In a reversal, Kia Motors America now says it won’t delineate its environmentally friendly U.S. models with an EcoDynamics badge.

The sub-brand, unveiled last year by parent Kia Motors Corp. at the Frankfurt auto show, was slated to go global, but resource concerns have nixed plans to introduce it in the U.S., a top KMA official tells Ward’s.

“The issue is it’s yet another brand,” says Orth Hedrick, director-product planning for KMA. “And given the fact we’re trying to allocate our resources to other areas that make the most sense, does it make sense to introduce another brand out there?”

That is a common concern in a still-depressed U.S. market, where some auto makers, namely the Detroit Three, have been weeding out brands.

GM terminated Pontiac, Saturn and Hummer in 2009, while Ford this year announced the end of Mercury.

While those terminations were more about freeing up engineering resources and reducing product cannibalization, Kia’s move to forgo the EcoDynamics badge appears to be a marketing-based decision, as the auto maker still plans to introduce the elements of EcoDynamics on its cars and trucks.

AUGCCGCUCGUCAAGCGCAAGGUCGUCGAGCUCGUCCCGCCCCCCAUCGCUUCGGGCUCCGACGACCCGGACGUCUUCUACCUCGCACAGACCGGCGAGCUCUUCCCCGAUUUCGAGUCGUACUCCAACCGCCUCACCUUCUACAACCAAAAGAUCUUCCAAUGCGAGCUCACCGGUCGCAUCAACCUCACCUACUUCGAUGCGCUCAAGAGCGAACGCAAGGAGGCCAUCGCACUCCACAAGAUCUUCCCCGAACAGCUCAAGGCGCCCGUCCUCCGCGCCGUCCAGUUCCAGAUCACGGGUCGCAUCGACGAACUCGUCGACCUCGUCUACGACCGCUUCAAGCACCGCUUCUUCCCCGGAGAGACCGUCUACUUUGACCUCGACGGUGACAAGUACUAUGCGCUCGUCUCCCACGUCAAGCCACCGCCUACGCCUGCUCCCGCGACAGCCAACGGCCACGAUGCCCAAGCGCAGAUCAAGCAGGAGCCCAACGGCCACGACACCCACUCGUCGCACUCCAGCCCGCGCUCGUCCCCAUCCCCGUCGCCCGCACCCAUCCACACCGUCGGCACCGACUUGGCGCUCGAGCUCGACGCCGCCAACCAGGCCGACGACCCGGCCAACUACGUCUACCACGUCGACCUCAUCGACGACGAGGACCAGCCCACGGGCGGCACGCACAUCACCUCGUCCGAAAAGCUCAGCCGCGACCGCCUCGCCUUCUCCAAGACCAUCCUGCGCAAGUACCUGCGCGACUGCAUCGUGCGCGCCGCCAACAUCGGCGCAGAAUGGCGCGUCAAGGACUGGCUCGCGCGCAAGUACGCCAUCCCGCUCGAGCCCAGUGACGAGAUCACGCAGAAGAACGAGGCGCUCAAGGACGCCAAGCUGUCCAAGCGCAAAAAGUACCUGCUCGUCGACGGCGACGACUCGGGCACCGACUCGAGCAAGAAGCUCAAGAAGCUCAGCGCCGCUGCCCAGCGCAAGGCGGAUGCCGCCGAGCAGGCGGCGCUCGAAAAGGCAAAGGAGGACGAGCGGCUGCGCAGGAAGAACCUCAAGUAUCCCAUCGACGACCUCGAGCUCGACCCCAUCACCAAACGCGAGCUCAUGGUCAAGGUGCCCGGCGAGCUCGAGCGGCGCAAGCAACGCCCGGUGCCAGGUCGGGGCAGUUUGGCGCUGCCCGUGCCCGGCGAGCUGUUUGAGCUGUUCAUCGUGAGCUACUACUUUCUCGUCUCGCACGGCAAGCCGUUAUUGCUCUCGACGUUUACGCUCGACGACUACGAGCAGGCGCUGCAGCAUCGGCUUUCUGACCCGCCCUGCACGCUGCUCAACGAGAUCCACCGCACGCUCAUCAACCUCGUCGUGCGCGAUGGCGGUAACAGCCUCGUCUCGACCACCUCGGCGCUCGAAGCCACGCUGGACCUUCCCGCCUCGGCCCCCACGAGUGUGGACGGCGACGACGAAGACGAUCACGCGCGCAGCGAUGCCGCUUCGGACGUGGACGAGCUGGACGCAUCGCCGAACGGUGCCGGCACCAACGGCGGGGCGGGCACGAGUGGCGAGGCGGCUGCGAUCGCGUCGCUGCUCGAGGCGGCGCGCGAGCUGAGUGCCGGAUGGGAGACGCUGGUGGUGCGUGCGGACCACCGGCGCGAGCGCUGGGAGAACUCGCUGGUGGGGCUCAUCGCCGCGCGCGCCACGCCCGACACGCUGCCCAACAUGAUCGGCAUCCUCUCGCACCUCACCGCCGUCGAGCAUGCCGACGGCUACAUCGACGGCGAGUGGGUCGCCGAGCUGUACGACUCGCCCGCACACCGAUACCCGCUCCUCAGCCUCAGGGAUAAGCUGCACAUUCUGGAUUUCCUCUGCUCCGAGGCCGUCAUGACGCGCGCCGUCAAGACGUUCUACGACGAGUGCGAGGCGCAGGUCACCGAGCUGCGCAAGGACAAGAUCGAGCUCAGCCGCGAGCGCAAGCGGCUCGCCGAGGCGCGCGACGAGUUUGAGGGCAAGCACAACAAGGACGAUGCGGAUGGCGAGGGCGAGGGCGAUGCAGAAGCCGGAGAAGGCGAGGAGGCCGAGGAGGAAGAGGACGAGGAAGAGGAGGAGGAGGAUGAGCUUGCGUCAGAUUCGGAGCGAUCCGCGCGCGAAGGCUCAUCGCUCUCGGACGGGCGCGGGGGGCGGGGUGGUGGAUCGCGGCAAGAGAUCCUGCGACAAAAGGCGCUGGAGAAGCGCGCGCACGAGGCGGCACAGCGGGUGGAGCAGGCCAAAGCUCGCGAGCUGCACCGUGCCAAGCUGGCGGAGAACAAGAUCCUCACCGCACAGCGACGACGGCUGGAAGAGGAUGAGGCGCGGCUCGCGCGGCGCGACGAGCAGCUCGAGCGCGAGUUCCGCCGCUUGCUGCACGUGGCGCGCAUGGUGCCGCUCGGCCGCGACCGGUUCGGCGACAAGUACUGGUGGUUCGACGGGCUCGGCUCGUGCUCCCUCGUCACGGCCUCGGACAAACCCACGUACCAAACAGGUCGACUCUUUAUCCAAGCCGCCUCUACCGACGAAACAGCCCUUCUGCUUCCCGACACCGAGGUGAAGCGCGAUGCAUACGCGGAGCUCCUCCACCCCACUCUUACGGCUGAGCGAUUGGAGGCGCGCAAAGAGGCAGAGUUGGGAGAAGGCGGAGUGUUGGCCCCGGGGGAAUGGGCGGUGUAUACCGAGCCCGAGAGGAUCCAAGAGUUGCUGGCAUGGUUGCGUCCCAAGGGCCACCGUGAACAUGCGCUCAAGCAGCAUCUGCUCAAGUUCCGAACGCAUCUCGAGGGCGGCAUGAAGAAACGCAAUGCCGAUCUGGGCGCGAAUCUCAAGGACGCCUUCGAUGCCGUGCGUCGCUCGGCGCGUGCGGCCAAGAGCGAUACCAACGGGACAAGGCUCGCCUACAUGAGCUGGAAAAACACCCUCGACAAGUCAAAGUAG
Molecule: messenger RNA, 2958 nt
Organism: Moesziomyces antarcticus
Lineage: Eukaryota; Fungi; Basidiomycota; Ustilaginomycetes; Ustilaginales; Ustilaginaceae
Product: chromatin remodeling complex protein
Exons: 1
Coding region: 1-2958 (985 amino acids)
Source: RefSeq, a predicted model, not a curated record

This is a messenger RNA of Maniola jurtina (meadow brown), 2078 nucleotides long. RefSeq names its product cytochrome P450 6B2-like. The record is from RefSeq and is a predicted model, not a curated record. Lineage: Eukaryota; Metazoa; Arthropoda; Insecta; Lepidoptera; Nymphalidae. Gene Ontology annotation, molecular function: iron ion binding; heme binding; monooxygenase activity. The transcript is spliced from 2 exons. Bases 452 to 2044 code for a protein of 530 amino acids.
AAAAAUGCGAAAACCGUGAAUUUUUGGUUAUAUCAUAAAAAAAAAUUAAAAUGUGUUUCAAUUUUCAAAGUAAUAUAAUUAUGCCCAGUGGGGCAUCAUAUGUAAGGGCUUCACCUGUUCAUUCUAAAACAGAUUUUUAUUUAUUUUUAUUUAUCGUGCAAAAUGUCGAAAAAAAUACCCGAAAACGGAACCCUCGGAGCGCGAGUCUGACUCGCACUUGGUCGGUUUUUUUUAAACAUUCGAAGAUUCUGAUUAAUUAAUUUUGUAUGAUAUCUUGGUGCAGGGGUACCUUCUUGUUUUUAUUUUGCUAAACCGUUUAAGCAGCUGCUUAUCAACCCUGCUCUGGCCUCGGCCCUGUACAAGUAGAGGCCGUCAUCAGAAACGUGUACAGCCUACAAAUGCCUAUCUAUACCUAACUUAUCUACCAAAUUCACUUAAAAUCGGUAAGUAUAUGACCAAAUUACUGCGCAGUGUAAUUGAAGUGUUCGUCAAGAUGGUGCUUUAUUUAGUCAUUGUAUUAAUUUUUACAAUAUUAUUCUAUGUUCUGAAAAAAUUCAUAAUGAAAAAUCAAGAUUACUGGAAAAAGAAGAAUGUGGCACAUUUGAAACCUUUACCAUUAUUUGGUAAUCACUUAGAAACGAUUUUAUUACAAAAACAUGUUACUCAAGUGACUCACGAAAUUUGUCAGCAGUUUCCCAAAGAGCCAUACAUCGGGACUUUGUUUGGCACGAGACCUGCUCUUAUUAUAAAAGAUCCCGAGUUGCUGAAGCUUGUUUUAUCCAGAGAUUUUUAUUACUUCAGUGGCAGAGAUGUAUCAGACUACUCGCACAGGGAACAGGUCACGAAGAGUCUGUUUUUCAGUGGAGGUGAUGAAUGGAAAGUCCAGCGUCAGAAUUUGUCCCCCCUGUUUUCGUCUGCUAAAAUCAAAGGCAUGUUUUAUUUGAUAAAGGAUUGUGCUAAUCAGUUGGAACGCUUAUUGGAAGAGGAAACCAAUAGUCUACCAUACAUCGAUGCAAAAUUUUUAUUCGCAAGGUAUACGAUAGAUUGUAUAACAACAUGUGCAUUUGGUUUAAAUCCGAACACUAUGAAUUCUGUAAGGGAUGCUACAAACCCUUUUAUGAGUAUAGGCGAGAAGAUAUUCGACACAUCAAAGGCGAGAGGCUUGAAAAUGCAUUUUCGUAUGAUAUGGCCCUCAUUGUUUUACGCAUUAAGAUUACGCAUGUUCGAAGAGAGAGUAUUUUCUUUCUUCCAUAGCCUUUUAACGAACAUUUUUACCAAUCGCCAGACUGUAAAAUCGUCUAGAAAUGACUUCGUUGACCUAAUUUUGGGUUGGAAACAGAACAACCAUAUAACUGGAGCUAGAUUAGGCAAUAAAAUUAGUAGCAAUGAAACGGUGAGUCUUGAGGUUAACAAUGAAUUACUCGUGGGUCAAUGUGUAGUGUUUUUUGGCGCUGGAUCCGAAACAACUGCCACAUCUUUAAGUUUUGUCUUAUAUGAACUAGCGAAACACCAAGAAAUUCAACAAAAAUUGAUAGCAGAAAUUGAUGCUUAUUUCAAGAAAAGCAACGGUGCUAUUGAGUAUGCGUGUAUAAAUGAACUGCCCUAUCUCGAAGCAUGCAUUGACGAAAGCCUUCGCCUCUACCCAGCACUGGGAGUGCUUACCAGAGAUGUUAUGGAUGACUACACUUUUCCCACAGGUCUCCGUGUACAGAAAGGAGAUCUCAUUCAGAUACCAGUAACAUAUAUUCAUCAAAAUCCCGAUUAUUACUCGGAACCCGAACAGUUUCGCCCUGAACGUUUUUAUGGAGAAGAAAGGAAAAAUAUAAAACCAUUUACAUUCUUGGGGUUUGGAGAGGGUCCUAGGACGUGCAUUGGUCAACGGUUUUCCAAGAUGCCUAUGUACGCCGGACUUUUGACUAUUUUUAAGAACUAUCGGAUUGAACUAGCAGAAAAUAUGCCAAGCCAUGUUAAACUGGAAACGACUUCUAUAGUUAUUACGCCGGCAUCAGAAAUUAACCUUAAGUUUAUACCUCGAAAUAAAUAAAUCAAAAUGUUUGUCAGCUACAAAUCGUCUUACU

“My guess is that they realized the concept of EcoDynamics created not only another brand, but also created the need to educate consumers – an expensive proposition,” says Jim Hume, principal-Phire Branding Co. of Ann Arbor, MI.

While the auto industry has some sub-brands with successful track records, such as the performance-oriented BMW M and Mercedes-Benz AMG, “in this particular case the delineation is tricky,” Hume says. “Kia setting apart Earth-friendly vehicles via a sub-brand may have taken away from any Earth-friendly story in Kia-branded vehicles.

“It is better to highlight everything Kia is doing under one strong brand umbrella.”

Hedrick echoes this, saying the coming hybrid-electric version of the redesigned ’11 Optima midsize sedan “will extend the interest in (the Kia) brand and build on our fuel-economy packages and other eco-friendly technologies.”

Kia uses the EcoDynamics badge on hybrid versions of the Forte, Cee’d and Sorento models in Europe.

Some EcoDynamics features already are available on Kia models here.

For instance, the new ’11 Sportage cross/utility vehicle has standard low-rolling resistance silica tires, electric power steering and a “smart,” free-wheeling-type alternator, Hedrick says.

A “green” automotive sub-brand is not without precedence.

Toyota Motor Corp. has used the Hybrid Synergy Drive badge to distinguish its U.S. hybrid-electric vehicles. However, it has admitted the tactic has been unsuccessful and now is toying with the notion of employing “Prius,” the name of its best-selling hybrid, to separate its greenest cars and trucks.